Intramurals let athletes pursue goals

An athletic scholarship from a Division I school is sometimes hard to come by. Many student athletes do not earn Parade All-American or first team all-state honors.

But Florida A&M University’s intramural program is here to fill the void.

FAMU offers a wide range of intramural activities, including flag football, co-ed volleyball, 7-on-7 soccer, tennis, racquetball, co-ed softball, wrestling, 3-on-3 basketball, golf, cheerleading, soccer, cycling, martial arts, weightlifting, water polo, track and swimming.

Also, campus activities offers a number of outdoor activities, including bike riding, hiking, horseback riding, carving, canoeing, paintball, camping and outdoor cooking.

“These activities give students the opportunity to further their athletic abilities after high school. These activities also give the students a sense of worth and are less stressful than participating in a varsity sport such as football, basketball or baseball,” said Robert Brown, recreational program coordinator.

“While participating in intramurals students are still able to hold down part-time jobs, find efficient time to study and participate in other student activities. Students are not just committed to one sport.

They are able to participate in other recreational sports, they learn about other sports, and are able to meet new people,” Brown continued.

Some students use intramural sports as an opportunity to pursue a playing career after high school.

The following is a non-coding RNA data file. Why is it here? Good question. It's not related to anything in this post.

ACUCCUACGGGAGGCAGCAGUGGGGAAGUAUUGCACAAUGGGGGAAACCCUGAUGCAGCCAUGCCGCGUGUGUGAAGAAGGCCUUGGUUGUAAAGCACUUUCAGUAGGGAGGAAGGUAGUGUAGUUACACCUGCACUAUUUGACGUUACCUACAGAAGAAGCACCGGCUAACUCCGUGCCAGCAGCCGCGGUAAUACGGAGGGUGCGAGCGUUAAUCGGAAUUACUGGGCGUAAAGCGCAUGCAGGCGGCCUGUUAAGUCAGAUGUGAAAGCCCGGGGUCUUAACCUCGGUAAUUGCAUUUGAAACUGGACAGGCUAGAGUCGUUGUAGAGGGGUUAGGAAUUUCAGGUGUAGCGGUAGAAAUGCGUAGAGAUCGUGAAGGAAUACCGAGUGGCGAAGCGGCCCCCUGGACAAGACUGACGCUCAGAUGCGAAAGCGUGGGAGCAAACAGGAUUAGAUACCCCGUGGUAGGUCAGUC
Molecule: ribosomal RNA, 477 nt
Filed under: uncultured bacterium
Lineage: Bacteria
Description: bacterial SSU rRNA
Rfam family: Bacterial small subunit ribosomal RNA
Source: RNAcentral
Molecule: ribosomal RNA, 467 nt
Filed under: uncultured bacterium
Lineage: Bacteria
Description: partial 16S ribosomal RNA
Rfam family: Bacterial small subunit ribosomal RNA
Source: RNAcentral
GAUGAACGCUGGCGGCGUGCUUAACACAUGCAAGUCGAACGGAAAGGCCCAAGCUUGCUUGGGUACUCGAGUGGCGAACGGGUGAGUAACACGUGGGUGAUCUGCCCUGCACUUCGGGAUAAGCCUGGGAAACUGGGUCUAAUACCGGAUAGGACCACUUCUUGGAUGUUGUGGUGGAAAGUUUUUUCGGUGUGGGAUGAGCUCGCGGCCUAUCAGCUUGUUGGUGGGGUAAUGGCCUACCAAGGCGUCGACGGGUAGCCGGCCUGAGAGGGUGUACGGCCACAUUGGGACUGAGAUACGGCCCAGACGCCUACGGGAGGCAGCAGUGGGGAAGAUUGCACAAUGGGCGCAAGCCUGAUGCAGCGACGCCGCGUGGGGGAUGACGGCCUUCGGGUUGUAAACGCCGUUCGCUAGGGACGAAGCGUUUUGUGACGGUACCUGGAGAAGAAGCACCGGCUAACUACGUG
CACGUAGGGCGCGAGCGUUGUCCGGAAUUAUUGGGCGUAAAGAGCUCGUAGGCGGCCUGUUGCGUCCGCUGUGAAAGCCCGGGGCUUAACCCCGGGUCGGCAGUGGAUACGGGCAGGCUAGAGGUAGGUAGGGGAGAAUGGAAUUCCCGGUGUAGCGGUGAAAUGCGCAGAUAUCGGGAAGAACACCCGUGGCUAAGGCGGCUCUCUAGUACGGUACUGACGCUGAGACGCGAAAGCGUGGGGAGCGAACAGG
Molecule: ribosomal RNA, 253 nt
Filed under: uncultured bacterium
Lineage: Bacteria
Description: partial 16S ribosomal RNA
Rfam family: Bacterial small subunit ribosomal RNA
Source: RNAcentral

Chas Dean, a junior from Boynton Beach, was a first team all-conference, state-qualifying wrestler in high school.

“Intramural wrestling gives me the opportunity to learn more to what I already know about wrestling, and the competition and conditioning is much tougher than high school.”

Dean declined scholarship offers from Division II schools such as Maine and Delaware because the schools were too far from home.

“Many colleges down South do not offer wrestling as a varsity sport because it is an indoor sport, which is offered mostly by universities up North,” Dean said.

Dean will have the opportunity to show what he’s worth as the wrestling team will travel to tournaments at the University of Texas and the University of Central Florida.

“Thanks to FAMU’s intramural wrestling team I still have the opportunity to hopefully one day compete as an Olympic wrestler,” Dean said.

FAMU’s soccer team also has players that continue to fulfill their desire to participate in sports. Freshman Jordan Wilder from Kennesaw, Ga., has been playing soccer for more than 10 years.

“Intramural soccer is the same game as in high school but just at a faster pace, more fun and less pressure.”

Many students take advantage of intramural play – even students from other schools. One of the top players on FAMU’s intramural soccer team, Ricky Herron of Fort Lauderdale, is a student at Tallahassee Community College.

The intramural program could help fulfill Heron’s professional dreams. Heron has a scouting combine to attend in December, which will give him the opportunity to work out in front of professional scouts.

“If it wasn’t for intramural soccer I would not be given the opportunity to participate in the scouting combine,” Heron said.

Brown urged students to take part in intramurals and campus recreation.

“In order for FAMU to keep offering these activities, it is the responsibility of students to participate and take advantage of the chance to be seen.”

Opportunities might be present to students through participation,” Brown said.